Mayor Vetoes ‘How Many Stops’ Bill

Mayor Vetoes ‘How Many Stops’ Bill

By Forum Staff

Mayor Eric Adams on Friday vetoed Intro. 586-A, which could make the five boroughs less safe by forcing New York City Police Department (NYPD) officers to spend more time filling out reports after Level 1 interactions with the public instead of patrolling the street and keeping the public safe.

Under the Adams administration, overall crime — including violent crime — was down in 2023. However, Intro. 586-A could slow NYPD police response times, erode years of progress building police-community relationships and preventing crime through community-oriented policing, and add tens of millions of dollars in additional NYPD overtime each year, while Adams looks to lessen spending on overtime.

“As young men, my brother and I were beaten by the police in the basement of a local precinct, but I turned my pain into purpose and joined the police force to effect change from within the system. And, in my time as a police officer and throughout my career in public service, I have fought for transparency and against abusive policing tactics that targeted communities of color. While Intro. 586 has good intentions behind it, the bill is misguided and compromises our public safety,” said Adams. “Our administration supports efforts to make law enforcement more transparent, more just, and more accountable, but this bill will handcuff our police by drowning officers in unnecessary paperwork that will saddle taxpayers with tens of millions of dollars in additional NYPD overtime each year, while simultaneously taking officers away from policing our streets and engaging with the community. That is why I am vetoing this legislation today.”

“The hardworking men and women of the NYPD are energized by the fact that New York City has a mayor who steadfastly supports the goals of our public safety mission, which is to eradicate violence and disorder while simultaneously enhancing the quality of life of all the people we serve,” said NYPD Commissioner Edward A. Caban. “We know that good policing is all about accountability and, as the largest municipal police department in the nation, the NYPD is already our country’s most intently watched, deeply scrutinized, and openly transparent law enforcement agency. The measure vetoed by the mayor today is an overreach that would result in the unintended consequence of literally slowing down the city’s progress. On our watch, there is a continuation of lower overall crime, including a reduction in bellwether indicators like murder, burglary, and assault. We just ended a year in which NYPD officers reduced shooting incidents citywide by a factor not seen in nearly 30 years. And as of this week, index crimes in New York City have dropped another 5 percent compared to last year — and an incredible 74 percent from three decades ago. Each day and night, NYPD officers carry on the dangerous, critical work of fighting crime on the streets. Terrorist plots have also been thwarted, and there is a renewed commitment among our rank and file to further build trust and strengthen relationships in every community. These vital efforts will continue — and must continue, unimpeded by bureaucratic time-wasting tasks — because that is what New Yorkers expect and deserve.”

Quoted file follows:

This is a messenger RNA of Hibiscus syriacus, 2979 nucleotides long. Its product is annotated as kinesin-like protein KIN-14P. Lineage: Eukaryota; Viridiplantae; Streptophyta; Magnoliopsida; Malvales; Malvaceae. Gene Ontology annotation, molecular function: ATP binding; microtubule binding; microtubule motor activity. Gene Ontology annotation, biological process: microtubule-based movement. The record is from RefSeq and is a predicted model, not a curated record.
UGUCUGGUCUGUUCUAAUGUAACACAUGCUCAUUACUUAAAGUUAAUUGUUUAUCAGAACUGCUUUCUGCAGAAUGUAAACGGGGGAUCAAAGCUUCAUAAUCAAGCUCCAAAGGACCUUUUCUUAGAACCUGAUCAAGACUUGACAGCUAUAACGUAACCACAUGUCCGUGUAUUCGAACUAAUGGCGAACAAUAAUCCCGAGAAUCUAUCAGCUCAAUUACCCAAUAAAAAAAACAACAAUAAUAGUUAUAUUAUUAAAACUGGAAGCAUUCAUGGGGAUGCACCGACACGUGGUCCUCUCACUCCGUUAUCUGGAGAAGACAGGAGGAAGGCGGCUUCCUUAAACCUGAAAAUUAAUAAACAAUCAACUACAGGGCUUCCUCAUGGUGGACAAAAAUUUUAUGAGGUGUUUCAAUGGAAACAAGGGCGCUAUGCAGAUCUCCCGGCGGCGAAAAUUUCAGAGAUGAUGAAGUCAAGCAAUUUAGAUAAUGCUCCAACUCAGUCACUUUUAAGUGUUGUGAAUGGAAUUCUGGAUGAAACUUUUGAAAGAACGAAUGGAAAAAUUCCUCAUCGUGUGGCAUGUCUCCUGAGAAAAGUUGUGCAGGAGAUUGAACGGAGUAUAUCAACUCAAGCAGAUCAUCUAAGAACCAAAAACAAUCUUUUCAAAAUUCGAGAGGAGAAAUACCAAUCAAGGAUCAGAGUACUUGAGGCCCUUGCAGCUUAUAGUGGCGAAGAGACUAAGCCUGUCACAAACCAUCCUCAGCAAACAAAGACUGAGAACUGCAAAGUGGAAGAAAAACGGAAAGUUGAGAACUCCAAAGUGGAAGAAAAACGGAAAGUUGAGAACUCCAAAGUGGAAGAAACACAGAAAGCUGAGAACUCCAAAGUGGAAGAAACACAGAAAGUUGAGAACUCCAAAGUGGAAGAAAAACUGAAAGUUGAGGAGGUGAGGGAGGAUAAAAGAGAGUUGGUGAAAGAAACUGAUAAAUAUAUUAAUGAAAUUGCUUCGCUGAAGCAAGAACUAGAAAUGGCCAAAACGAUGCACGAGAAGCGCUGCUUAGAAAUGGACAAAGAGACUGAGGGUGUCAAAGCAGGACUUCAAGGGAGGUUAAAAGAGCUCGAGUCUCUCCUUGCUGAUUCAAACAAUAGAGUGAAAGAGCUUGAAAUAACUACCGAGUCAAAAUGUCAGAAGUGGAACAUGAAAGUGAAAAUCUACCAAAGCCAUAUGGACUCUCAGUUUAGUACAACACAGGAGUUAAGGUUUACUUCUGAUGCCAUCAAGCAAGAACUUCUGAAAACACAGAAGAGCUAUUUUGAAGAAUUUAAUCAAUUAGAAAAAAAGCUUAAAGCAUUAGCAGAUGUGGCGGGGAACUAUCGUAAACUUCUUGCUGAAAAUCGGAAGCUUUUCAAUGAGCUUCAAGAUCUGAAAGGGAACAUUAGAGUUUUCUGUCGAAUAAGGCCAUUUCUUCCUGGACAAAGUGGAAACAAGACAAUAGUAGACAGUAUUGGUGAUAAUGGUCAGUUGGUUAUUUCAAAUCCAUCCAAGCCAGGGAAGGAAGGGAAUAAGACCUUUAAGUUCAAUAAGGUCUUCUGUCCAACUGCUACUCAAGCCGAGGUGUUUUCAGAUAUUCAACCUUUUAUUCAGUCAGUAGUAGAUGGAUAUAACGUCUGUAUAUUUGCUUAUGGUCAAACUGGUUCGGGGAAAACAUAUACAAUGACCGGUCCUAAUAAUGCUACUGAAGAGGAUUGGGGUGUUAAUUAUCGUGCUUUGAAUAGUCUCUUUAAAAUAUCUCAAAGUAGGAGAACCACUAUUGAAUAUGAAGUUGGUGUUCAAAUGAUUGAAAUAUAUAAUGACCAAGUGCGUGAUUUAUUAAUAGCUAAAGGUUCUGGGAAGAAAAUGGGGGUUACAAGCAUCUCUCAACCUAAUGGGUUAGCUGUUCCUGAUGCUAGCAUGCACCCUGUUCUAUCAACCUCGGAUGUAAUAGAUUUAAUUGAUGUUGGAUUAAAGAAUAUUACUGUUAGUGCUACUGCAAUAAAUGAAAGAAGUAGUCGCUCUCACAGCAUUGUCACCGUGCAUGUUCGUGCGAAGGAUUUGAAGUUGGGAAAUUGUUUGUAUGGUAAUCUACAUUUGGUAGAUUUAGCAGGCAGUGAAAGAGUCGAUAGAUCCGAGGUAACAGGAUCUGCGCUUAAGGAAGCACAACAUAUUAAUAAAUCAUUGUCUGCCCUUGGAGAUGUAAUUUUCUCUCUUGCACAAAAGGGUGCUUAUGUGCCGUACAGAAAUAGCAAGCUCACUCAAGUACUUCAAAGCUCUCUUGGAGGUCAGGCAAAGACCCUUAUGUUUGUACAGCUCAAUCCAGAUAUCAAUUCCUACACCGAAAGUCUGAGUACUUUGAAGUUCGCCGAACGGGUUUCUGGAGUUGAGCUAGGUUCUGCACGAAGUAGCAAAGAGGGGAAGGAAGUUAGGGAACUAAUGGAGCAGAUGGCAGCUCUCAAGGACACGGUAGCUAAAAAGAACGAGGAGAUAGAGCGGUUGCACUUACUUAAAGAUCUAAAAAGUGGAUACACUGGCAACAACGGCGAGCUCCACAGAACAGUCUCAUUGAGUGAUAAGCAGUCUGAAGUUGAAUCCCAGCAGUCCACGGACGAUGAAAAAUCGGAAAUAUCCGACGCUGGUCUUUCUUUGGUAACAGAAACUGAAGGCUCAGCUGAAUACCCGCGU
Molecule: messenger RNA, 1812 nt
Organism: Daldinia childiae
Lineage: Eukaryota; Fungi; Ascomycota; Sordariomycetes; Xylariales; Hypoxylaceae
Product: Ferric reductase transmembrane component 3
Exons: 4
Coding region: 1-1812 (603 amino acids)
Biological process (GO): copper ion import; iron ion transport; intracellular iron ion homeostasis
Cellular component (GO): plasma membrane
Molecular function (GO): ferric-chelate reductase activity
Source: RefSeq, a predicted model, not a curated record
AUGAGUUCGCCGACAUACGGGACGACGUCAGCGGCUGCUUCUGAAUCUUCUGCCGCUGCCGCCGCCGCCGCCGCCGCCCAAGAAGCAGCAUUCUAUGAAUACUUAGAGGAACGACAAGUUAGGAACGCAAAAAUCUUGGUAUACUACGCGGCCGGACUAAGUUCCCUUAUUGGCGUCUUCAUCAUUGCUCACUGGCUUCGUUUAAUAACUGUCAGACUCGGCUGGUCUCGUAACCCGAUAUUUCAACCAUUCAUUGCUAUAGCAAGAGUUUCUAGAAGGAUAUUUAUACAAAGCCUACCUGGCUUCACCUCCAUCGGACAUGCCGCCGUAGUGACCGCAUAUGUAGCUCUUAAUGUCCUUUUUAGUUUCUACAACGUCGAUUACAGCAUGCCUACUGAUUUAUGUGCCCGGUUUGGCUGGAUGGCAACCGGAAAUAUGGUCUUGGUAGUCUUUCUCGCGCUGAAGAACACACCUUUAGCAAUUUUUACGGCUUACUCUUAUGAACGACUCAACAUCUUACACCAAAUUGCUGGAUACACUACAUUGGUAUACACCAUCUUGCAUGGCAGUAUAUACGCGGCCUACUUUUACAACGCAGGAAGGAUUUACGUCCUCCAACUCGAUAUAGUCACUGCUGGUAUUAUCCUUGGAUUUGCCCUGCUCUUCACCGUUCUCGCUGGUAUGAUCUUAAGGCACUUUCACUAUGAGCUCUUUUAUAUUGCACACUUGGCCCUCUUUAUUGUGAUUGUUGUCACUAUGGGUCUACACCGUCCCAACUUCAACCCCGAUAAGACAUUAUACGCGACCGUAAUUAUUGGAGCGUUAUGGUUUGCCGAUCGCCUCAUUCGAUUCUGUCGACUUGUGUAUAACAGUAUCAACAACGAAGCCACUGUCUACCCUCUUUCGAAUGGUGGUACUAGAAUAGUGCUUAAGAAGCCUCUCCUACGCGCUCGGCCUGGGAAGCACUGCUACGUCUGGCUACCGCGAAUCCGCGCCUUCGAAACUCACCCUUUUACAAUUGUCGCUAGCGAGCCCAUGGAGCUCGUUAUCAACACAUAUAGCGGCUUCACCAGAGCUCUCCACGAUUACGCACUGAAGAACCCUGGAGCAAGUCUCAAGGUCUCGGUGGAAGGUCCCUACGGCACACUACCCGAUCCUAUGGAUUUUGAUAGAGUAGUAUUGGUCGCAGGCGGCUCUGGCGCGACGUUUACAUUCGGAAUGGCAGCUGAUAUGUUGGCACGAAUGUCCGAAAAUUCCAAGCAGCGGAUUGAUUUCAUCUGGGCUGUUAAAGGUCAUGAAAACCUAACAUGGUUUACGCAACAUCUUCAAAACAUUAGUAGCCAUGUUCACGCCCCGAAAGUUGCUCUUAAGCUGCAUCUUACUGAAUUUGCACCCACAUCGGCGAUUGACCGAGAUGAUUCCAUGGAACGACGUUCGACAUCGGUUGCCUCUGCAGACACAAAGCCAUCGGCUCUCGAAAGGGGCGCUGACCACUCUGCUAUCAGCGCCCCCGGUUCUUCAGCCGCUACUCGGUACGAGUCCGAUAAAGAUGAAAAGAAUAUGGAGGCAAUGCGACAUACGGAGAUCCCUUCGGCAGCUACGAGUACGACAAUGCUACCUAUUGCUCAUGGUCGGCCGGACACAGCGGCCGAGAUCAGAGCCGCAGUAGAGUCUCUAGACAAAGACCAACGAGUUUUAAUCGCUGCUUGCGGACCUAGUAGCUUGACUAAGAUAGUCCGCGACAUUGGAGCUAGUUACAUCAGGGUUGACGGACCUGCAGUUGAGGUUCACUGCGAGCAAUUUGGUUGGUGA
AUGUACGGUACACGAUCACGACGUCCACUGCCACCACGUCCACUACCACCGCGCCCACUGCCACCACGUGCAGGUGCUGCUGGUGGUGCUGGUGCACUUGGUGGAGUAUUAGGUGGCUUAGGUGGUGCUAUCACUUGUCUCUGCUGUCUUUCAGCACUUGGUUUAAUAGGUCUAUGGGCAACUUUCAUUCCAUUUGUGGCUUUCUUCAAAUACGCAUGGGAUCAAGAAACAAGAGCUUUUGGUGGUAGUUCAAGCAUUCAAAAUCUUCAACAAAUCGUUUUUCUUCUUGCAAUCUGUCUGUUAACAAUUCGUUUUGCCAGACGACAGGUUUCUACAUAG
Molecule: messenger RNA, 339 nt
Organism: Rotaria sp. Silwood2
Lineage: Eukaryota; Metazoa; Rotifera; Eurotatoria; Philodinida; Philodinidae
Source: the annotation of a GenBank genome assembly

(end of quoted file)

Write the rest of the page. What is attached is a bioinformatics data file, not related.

In 2023, the city saw a drop in overall crime, including five of the seven major crime categories, a 12 percent decline in homicides, and a 25 percent decrease in shooting incidents.


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